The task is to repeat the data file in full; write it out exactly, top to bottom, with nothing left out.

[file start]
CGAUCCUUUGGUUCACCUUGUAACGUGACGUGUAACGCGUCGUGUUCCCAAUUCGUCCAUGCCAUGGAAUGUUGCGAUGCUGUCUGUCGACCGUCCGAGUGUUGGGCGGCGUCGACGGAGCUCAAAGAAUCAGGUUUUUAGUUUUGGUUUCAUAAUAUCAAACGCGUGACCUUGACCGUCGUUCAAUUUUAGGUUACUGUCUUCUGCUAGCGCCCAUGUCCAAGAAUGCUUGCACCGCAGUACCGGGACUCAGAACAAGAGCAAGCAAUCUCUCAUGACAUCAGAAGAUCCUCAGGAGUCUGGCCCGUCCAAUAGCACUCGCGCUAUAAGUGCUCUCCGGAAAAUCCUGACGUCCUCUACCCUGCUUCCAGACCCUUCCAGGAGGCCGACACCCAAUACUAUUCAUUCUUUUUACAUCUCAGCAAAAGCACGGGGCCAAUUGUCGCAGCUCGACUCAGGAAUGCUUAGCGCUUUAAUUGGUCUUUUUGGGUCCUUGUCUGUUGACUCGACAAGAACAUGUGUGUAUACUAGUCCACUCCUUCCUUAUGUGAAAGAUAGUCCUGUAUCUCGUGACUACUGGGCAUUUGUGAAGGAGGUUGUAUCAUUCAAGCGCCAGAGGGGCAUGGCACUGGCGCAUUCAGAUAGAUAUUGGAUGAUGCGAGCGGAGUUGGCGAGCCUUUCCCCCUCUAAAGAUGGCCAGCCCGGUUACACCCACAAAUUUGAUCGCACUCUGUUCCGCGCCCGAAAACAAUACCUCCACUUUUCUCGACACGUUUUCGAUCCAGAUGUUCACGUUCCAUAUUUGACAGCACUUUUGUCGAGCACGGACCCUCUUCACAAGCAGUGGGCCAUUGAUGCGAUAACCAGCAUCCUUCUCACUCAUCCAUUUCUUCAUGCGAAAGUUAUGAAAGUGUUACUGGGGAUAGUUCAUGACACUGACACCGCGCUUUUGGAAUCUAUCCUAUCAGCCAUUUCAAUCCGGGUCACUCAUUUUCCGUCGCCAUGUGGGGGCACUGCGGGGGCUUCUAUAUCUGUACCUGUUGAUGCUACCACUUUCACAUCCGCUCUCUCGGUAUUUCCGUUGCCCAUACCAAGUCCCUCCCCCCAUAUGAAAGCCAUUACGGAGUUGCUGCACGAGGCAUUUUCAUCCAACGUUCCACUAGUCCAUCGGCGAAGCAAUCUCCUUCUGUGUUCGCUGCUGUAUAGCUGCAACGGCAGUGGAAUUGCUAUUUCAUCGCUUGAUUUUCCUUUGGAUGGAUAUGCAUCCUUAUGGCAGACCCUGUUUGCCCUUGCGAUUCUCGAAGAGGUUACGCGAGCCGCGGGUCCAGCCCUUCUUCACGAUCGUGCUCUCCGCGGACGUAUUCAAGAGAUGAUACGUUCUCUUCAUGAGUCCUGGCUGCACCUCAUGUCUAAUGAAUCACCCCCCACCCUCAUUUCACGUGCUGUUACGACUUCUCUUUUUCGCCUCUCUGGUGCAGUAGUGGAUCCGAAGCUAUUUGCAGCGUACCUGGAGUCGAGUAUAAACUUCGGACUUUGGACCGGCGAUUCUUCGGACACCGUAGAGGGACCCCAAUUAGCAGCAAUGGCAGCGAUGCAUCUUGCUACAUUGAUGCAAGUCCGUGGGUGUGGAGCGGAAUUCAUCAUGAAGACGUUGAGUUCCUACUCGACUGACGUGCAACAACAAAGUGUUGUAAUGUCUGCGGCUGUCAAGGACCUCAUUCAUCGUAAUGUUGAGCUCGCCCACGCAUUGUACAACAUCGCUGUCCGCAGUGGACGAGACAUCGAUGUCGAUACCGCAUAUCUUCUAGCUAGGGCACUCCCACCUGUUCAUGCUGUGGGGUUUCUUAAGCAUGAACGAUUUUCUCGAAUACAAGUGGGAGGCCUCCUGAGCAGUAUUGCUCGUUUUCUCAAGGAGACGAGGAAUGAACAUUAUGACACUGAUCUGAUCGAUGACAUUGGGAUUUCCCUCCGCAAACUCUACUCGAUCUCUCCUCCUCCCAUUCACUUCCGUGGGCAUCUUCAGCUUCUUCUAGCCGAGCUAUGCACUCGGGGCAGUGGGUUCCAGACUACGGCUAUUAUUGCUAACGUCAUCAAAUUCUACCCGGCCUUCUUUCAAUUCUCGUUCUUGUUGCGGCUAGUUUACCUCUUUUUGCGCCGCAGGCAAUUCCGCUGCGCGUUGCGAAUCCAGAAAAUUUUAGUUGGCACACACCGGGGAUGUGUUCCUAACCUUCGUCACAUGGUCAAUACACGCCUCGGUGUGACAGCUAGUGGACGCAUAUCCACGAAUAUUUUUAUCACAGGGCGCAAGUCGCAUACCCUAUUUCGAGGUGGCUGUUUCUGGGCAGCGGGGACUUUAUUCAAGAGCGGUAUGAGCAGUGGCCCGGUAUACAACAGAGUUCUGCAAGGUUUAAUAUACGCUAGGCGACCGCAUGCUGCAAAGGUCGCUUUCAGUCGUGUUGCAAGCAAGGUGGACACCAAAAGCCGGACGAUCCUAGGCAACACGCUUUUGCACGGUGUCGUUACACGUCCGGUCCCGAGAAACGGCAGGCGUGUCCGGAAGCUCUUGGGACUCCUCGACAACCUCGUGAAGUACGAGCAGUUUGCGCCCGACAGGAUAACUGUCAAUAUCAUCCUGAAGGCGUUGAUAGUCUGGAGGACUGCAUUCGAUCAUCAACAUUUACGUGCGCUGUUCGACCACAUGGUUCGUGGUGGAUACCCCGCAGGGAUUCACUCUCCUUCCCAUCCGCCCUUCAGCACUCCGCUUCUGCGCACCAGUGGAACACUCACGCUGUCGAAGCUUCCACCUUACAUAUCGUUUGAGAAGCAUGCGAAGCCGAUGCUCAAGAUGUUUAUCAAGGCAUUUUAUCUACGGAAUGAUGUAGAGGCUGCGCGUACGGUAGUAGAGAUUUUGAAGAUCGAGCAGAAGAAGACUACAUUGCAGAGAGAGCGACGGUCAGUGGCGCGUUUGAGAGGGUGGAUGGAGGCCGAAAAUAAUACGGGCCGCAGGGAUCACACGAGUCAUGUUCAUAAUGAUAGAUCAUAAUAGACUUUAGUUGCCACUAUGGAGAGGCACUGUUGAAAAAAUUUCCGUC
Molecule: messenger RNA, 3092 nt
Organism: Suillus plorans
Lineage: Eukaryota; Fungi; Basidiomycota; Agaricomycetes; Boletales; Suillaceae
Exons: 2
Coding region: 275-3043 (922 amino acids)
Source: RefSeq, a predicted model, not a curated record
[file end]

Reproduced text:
CGAUCCUUUGGUUCACCUUGUAACGUGACGUGUAACGCGUCGUGUUCCCAAUUCGUCCAUGCCAUGGAAUGUUGCGAUGCUGUCUGUCGACCGUCCGAGUGUUGGGCGGCGUCGACGGAGCUCAAAGAAUCAGGUUUUUAGUUUUGGUUUCAUAAUAUCAAACGCGUGACCUUGACCGUCGUUCAAUUUUAGGUUACUGUCUUCUGCUAGCGCCCAUGUCCAAGAAUGCUUGCACCGCAGUACCGGGACUCAGAACAAGAGCAAGCAAUCUCUCAUGACAUCAGAAGAUCCUCAGGAGUCUGGCCCGUCCAAUAGCACUCGCGCUAUAAGUGCUCUCCGGAAAAUCCUGACGUCCUCUACCCUGCUUCCAGACCCUUCCAGGAGGCCGACACCCAAUACUAUUCAUUCUUUUUACAUCUCAGCAAAAGCACGGGGCCAAUUGUCGCAGCUCGACUCAGGAAUGCUUAGCGCUUUAAUUGGUCUUUUUGGGUCCUUGUCUGUUGACUCGACAAGAACAUGUGUGUAUACUAGUCCACUCCUUCCUUAUGUGAAAGAUAGUCCUGUAUCUCGUGACUACUGGGCAUUUGUGAAGGAGGUUGUAUCAUUCAAGCGCCAGAGGGGCAUGGCACUGGCGCAUUCAGAUAGAUAUUGGAUGAUGCGAGCGGAGUUGGCGAGCCUUUCCCCCUCUAAAGAUGGCCAGCCCGGUUACACCCACAAAUUUGAUCGCACUCUGUUCCGCGCCCGAAAACAAUACCUCCACUUUUCUCGACACGUUUUCGAUCCAGAUGUUCACGUUCCAUAUUUGACAGCACUUUUGUCGAGCACGGACCCUCUUCACAAGCAGUGGGCCAUUGAUGCGAUAACCAGCAUCCUUCUCACUCAUCCAUUUCUUCAUGCGAAAGUUAUGAAAGUGUUACUGGGGAUAGUUCAUGACACUGACACCGCGCUUUUGGAAUCUAUCCUAUCAGCCAUUUCAAUCCGGGUCACUCAUUUUCCGUCGCCAUGUGGGGGCACUGCGGGGGCUUCUAUAUCUGUACCUGUUGAUGCUACCACUUUCACAUCCGCUCUCUCGGUAUUUCCGUUGCCCAUACCAAGUCCCUCCCCCCAUAUGAAAGCCAUUACGGAGUUGCUGCACGAGGCAUUUUCAUCCAACGUUCCACUAGUCCAUCGGCGAAGCAAUCUCCUUCUGUGUUCGCUGCUGUAUAGCUGCAACGGCAGUGGAAUUGCUAUUUCAUCGCUUGAUUUUCCUUUGGAUGGAUAUGCAUCCUUAUGGCAGACCCUGUUUGCCCUUGCGAUUCUCGAAGAGGUUACGCGAGCCGCGGGUCCAGCCCUUCUUCACGAUCGUGCUCUCCGCGGACGUAUUCAAGAGAUGAUACGUUCUCUUCAUGAGUCCUGGCUGCACCUCAUGUCUAAUGAAUCACCCCCCACCCUCAUUUCACGUGCUGUUACGACUUCUCUUUUUCGCCUCUCUGGUGCAGUAGUGGAUCCGAAGCUAUUUGCAGCGUACCUGGAGUCGAGUAUAAACUUCGGACUUUGGACCGGCGAUUCUUCGGACACCGUAGAGGGACCCCAAUUAGCAGCAAUGGCAGCGAUGCAUCUUGCUACAUUGAUGCAAGUCCGUGGGUGUGGAGCGGAAUUCAUCAUGAAGACGUUGAGUUCCUACUCGACUGACGUGCAACAACAAAGUGUUGUAAUGUCUGCGGCUGUCAAGGACCUCAUUCAUCGUAAUGUUGAGCUCGCCCACGCAUUGUACAACAUCGCUGUCCGCAGUGGACGAGACAUCGAUGUCGAUACCGCAUAUCUUCUAGCUAGGGCACUCCCACCUGUUCAUGCUGUGGGGUUUCUUAAGCAUGAACGAUUUUCUCGAAUACAAGUGGGAGGCCUCCUGAGCAGUAUUGCUCGUUUUCUCAAGGAGACGAGGAAUGAACAUUAUGACACUGAUCUGAUCGAUGACAUUGGGAUUUCCCUCCGCAAACUCUACUCGAUCUCUCCUCCUCCCAUUCACUUCCGUGGGCAUCUUCAGCUUCUUCUAGCCGAGCUAUGCACUCGGGGCAGUGGGUUCCAGACUACGGCUAUUAUUGCUAACGUCAUCAAAUUCUACCCGGCCUUCUUUCAAUUCUCGUUCUUGUUGCGGCUAGUUUACCUCUUUUUGCGCCGCAGGCAAUUCCGCUGCGCGUUGCGAAUCCAGAAAAUUUUAGUUGGCACACACCGGGGAUGUGUUCCUAACCUUCGUCACAUGGUCAAUACACGCCUCGGUGUGACAGCUAGUGGACGCAUAUCCACGAAUAUUUUUAUCACAGGGCGCAAGUCGCAUACCCUAUUUCGAGGUGGCUGUUUCUGGGCAGCGGGGACUUUAUUCAAGAGCGGUAUGAGCAGUGGCCCGGUAUACAACAGAGUUCUGCAAGGUUUAAUAUACGCUAGGCGACCGCAUGCUGCAAAGGUCGCUUUCAGUCGUGUUGCAAGCAAGGUGGACACCAAAAGCCGGACGAUCCUAGGCAACACGCUUUUGCACGGUGUCGUUACACGUCCGGUCCCGAGAAACGGCAGGCGUGUCCGGAAGCUCUUGGGACUCCUCGACAACCUCGUGAAGUACGAGCAGUUUGCGCCCGACAGGAUAACUGUCAAUAUCAUCCUGAAGGCGUUGAUAGUCUGGAGGACUGCAUUCGAUCAUCAACAUUUACGUGCGCUGUUCGACCACAUGGUUCGUGGUGGAUACCCCGCAGGGAUUCACUCUCCUUCCCAUCCGCCCUUCAGCACUCCGCUUCUGCGCACCAGUGGAACACUCACGCUGUCGAAGCUUCCACCUUACAUAUCGUUUGAGAAGCAUGCGAAGCCGAUGCUCAAGAUGUUUAUCAAGGCAUUUUAUCUACGGAAUGAUGUAGAGGCUGCGCGUACGGUAGUAGAGAUUUUGAAGAUCGAGCAGAAGAAGACUACAUUGCAGAGAGAGCGACGGUCAGUGGCGCGUUUGAGAGGGUGGAUGGAGGCCGAAAAUAAUACGGGCCGCAGGGAUCACACGAGUCAUGUUCAUAAUGAUAGAUCAUAAUAGACUUUAGUUGCCACUAUGGAGAGGCACUGUUGAAAAAAUUUCCGUC
Molecule: messenger RNA, 3092 nt
Organism: Suillus plorans
Lineage: Eukaryota; Fungi; Basidiomycota; Agaricomycetes; Boletales; Suillaceae
Exons: 2
Coding region: 275-3043 (922 amino acids)
Source: RefSeq, a predicted model, not a curated record